Comparison between TENS and EMS currents:
|Abbreviation for TENS:
Transcutaneous Electrical Nerve Stimulation.
|Abbreviation for EMS:
Electrical Muscle Stimulation.
|Functioning of TENS:
Melzack and Wall’s gate control theory and increased production of endorphins in the CNS.
|Functioning of EMS:
muscle contraction – maintenance of contraction – relaxation of muscle tension.
|Type of impulses used in TENS therapy:
symmetrical and asymmetrical bipolar rectangular pulses.
|Type of impulses used in EMS therapy:
unipolar rectangular pulses.
|Duration of treatment with TENS:
Approximately 30 minutes.
|Duration of treatment with EMS:
Approximately 15 minutes.
|Purpose of the treatment with TENS:
chronic analgesic therapy and stimulation of skeletal muscles.
|Purpose of the treatment with EMS:
· prevent or inhibit muscle spasms,
· re-education of lost muscle function,
· maintain or increase the range of motion in the joints,
· protection against atrophy,
· increase local blood circulation,
· postoperative thrombosis prevention by stimulating the lower leg muscles,
· in sports training: during warm-up, in exercises of strength, speed, resistance and press.
|Indications for TENS:
· disk disease,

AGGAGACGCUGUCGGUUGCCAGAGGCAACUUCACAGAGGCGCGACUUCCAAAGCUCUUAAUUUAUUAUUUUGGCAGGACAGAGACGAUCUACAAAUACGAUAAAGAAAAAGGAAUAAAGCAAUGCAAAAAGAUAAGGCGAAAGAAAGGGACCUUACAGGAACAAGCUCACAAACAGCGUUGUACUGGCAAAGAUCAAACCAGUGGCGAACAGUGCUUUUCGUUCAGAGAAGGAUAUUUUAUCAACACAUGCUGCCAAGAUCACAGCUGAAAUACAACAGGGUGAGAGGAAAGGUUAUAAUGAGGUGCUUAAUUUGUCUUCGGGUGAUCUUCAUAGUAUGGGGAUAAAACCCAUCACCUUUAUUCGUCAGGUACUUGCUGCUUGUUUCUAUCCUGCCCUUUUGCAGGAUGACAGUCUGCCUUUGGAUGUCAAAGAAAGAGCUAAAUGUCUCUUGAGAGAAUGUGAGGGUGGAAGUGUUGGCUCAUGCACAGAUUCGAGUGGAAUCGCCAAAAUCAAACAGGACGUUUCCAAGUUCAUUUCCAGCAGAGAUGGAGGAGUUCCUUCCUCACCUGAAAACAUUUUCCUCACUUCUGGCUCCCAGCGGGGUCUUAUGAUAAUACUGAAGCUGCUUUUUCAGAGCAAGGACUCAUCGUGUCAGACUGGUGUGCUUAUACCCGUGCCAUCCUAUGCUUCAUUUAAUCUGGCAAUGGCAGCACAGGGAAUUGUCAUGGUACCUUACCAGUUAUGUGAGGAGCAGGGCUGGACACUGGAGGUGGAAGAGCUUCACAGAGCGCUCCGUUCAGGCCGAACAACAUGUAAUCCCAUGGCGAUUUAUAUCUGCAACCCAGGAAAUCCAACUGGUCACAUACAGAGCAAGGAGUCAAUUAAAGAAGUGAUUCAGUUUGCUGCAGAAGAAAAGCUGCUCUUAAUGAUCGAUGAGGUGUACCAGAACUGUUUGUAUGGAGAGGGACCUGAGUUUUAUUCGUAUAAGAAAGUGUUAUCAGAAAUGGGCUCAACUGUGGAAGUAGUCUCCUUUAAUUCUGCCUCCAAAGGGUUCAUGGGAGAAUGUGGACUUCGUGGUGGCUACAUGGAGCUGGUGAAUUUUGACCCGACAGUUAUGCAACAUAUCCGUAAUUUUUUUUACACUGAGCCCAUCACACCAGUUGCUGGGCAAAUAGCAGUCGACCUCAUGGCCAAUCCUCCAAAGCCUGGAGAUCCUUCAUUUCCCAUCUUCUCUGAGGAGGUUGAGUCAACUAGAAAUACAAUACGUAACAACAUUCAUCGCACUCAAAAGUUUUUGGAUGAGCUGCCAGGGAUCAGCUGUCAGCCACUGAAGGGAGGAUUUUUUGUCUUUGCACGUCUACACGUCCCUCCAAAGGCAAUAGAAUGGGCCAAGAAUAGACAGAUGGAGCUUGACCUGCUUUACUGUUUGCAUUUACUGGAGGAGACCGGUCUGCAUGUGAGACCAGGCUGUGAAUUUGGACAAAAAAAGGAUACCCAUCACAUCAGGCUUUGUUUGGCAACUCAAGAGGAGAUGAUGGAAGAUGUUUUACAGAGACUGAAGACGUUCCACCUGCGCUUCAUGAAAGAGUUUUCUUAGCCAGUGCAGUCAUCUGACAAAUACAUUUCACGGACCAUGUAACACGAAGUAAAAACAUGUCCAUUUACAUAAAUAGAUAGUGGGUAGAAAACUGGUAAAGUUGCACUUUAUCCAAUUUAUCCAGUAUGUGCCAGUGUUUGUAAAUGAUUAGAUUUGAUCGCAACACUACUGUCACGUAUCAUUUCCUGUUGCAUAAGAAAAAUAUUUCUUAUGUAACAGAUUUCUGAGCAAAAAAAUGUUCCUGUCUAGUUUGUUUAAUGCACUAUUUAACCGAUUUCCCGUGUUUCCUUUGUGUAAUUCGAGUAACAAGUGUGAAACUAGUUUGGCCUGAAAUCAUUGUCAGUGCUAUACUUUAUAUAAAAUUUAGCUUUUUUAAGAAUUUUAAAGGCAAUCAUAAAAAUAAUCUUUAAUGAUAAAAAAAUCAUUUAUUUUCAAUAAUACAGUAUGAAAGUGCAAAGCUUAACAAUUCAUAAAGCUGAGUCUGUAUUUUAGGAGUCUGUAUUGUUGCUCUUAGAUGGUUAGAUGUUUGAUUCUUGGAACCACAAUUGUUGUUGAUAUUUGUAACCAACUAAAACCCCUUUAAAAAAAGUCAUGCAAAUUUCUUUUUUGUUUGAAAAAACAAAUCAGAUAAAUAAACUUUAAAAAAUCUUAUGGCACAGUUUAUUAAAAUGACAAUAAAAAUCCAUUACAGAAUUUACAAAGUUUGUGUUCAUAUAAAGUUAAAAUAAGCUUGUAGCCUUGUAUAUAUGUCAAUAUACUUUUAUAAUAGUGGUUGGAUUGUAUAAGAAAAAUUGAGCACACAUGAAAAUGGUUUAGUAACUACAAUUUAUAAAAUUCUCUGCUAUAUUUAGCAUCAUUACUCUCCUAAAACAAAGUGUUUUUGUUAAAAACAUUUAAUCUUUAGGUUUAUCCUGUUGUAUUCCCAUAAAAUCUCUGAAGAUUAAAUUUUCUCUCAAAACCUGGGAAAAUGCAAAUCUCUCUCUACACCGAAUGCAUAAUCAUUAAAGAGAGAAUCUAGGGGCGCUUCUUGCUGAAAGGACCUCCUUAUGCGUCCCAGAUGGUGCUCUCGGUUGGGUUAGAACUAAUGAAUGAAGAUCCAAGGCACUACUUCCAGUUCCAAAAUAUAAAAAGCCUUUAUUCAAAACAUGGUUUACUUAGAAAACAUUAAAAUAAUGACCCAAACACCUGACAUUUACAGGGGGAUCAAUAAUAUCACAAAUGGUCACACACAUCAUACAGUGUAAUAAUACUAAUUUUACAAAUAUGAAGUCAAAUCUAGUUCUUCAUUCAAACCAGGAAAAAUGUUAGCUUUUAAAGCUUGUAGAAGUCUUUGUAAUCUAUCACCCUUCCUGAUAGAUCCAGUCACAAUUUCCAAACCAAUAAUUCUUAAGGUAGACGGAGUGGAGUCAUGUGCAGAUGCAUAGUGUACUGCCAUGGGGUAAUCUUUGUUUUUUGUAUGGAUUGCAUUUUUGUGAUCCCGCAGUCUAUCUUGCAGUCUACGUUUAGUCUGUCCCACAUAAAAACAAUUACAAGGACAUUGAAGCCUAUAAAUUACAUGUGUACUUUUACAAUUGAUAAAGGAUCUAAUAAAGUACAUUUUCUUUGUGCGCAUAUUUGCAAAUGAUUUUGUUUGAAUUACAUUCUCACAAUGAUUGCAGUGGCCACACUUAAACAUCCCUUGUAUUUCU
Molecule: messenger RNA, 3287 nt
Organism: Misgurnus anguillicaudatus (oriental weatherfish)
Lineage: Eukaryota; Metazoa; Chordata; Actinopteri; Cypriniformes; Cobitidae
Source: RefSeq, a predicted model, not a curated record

· degenerative joint disease,
· joint pain and pain syndromes during rheumatoid arthritis and ankylosing spondylitis,
· neuralgia and compression syndromes,
· periarticular inflammation,
· postoperative pain,
· other pain syndromes besides the cancerous origin,
· partial injury to afferent nerve fibers,
· muscle atrophy due to immobilization and partial denervation.
|Indications for EMS:
Muscular injuries of various types
|Contraindications for TENS and EMS:
· patients with implanted electronic devices (such as pacemakers) or other implants (e.g. endoprosthesis, metal plates) should be consulted by a doctor before the treatment,
· local acute inflammation in the area to be treated,
· tendency to bleed,
· changes in the skin at the points where the electrodes are applied,
· cases in which the skin cannot be wet.